In a VPC network, a route consists of a single destination prefix in CIDR format and a single next hop. When an instance in a VPC network sends a packet, Google Cloud delivers the packet to the route’s next hop if the packet’s destination address is within the route’s destination range.

Every VPC network uses a scalable, distributed virtual routing mechanism. There is no physical device that’s assigned to the network. Some routes can be applied selectively, but the routing table for a VPC network is defined at the VPC network level.

Each VM instance has a controller that is kept informed of all applicable routes from the network’s routing table. Each packet leaving a VM is delivered to the appropriate next hop of an applicable route based on a routing order. When you add or delete a route, the set of changes is propagated to the VM controllers by using an eventually consistent design.


Below for example you will see the routing table from my productive VPC network from the Organization setup described in my following post.

The routing table you will find in the VPC network details page and the ROUTES tab. This route table will be available for all instances created in that VPC network.

Below you will see all routes for this VPC network. The routes for the destination with the prefix 192.168….. where advertised by BGP from my on-premise network. The on-premise network is connected through an IPSec route based S2S VPN tunnel as shown in my following post.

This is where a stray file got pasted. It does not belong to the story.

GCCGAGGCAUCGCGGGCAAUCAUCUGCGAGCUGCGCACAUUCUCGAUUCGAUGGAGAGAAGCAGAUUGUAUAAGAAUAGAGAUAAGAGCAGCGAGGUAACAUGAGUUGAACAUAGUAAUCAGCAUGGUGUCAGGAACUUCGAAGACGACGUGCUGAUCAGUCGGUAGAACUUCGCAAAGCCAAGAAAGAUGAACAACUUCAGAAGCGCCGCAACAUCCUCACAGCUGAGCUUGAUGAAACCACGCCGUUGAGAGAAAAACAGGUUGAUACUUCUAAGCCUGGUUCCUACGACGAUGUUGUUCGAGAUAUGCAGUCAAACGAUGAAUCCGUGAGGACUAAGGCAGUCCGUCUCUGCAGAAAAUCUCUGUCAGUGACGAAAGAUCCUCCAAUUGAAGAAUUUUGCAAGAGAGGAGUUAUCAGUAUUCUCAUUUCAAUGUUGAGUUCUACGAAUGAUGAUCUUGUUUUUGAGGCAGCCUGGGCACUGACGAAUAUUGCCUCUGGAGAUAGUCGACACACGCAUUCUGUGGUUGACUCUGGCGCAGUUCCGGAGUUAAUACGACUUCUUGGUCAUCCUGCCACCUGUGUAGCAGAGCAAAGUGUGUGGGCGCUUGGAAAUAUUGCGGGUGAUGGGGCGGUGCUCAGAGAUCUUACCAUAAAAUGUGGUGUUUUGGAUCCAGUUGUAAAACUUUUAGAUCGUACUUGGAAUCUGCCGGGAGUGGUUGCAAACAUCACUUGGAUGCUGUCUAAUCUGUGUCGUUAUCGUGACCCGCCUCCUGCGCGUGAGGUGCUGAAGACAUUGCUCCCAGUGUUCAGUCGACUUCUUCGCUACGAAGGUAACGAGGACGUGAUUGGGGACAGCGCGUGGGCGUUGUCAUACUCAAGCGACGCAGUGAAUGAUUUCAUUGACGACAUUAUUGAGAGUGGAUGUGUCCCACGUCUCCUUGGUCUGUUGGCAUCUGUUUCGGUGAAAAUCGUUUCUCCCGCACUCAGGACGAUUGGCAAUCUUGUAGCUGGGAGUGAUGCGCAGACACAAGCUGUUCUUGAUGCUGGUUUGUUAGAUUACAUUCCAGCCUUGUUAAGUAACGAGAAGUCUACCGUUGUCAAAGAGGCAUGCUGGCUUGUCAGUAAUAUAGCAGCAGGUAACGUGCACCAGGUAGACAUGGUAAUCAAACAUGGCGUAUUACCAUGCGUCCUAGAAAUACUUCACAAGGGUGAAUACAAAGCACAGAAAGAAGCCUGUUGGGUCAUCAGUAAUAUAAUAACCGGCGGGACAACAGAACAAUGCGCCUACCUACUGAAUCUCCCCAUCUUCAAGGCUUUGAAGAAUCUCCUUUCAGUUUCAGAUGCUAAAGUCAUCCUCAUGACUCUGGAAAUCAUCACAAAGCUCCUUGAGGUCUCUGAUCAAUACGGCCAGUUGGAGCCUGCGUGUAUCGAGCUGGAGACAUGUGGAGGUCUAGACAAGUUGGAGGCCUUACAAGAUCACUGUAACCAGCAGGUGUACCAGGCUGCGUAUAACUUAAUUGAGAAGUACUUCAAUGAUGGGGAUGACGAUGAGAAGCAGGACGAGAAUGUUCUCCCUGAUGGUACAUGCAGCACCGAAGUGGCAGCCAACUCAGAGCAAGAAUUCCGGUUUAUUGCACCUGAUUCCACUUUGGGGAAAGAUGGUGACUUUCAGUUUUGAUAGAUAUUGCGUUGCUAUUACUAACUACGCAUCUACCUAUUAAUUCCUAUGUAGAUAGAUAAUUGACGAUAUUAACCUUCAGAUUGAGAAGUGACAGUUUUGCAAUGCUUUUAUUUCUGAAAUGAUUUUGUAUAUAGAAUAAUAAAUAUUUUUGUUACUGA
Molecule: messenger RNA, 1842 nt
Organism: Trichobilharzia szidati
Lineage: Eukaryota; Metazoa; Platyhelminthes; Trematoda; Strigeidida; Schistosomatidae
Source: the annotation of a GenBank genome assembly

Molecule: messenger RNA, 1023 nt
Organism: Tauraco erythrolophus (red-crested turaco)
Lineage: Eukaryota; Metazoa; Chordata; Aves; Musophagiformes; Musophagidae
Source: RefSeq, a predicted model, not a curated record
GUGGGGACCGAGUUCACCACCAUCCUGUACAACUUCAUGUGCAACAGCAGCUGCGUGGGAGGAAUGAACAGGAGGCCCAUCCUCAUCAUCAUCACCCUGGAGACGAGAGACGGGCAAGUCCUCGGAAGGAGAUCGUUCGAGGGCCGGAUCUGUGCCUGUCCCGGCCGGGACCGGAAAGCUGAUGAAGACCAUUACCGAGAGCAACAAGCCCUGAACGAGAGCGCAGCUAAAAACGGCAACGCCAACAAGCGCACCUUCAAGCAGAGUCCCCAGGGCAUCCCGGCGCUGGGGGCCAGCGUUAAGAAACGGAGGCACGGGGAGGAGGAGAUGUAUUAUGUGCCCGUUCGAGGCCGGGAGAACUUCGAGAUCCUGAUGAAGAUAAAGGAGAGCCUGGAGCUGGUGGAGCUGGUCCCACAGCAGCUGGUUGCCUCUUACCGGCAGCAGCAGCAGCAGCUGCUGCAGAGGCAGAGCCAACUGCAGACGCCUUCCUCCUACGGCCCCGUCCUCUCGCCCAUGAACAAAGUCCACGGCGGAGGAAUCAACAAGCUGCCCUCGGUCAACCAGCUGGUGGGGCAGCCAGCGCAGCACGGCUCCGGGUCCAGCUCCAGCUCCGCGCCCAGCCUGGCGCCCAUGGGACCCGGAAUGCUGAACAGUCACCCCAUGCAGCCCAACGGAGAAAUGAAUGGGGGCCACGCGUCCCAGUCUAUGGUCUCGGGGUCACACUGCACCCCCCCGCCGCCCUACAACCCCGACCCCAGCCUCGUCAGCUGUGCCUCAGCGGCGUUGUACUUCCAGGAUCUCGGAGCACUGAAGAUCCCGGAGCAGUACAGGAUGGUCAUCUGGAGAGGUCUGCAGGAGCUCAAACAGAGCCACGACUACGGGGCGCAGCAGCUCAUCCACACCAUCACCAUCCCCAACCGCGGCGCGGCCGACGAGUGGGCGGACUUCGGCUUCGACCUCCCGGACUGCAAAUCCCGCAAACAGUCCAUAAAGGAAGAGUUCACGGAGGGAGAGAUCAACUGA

For the next Hop the VPN tunnel is assigned. Further you will see the routes to both /16 subnets from the VPC network itself. The next hop for both is here the virtual network itself.

The last route with the destination IP range is the default internet gateway and will be created by default.

As mentioned above when you create a VPC network, it includes by default a system-generated IPv4 default route

Therefore all instances within the VPC network, can communicate outbound to the internet by default.

In AWS in contrast you first need to create an internet gateway (IGW) and attach it to the VPC network. In Microsoft’s Azure VNet also all VMs within an Azure VNet can communicate by default outbound to the internet using the default route created from Azure.

Details about routing in AWS and Microsoft Azure you can read in my following posts.

The routes in my VPC network above where all created by Google Cloud itself besides the advertised routes from my on-premise network, they where advertised from my on-premise router (pfSense) and BGP and are so called dynamic routes in Google Cloud.

You can also add yourself static routes by clicking inside the route table on the Create Route button as shown below.

In order to create a new static route inside your VPC network, you need to select the network the route will be assigned to, the destination IP range, the priority if there is more than one matching route, the instances tags optional, if used the route will just be applied to instances they include these instances tags.

Finally you need to select the next hop the packets will be routed to.

More you will find at the following link


VPC networks


Virtual Private Cloud (VPC)

VPC Network Peering

Routing in Google Cloud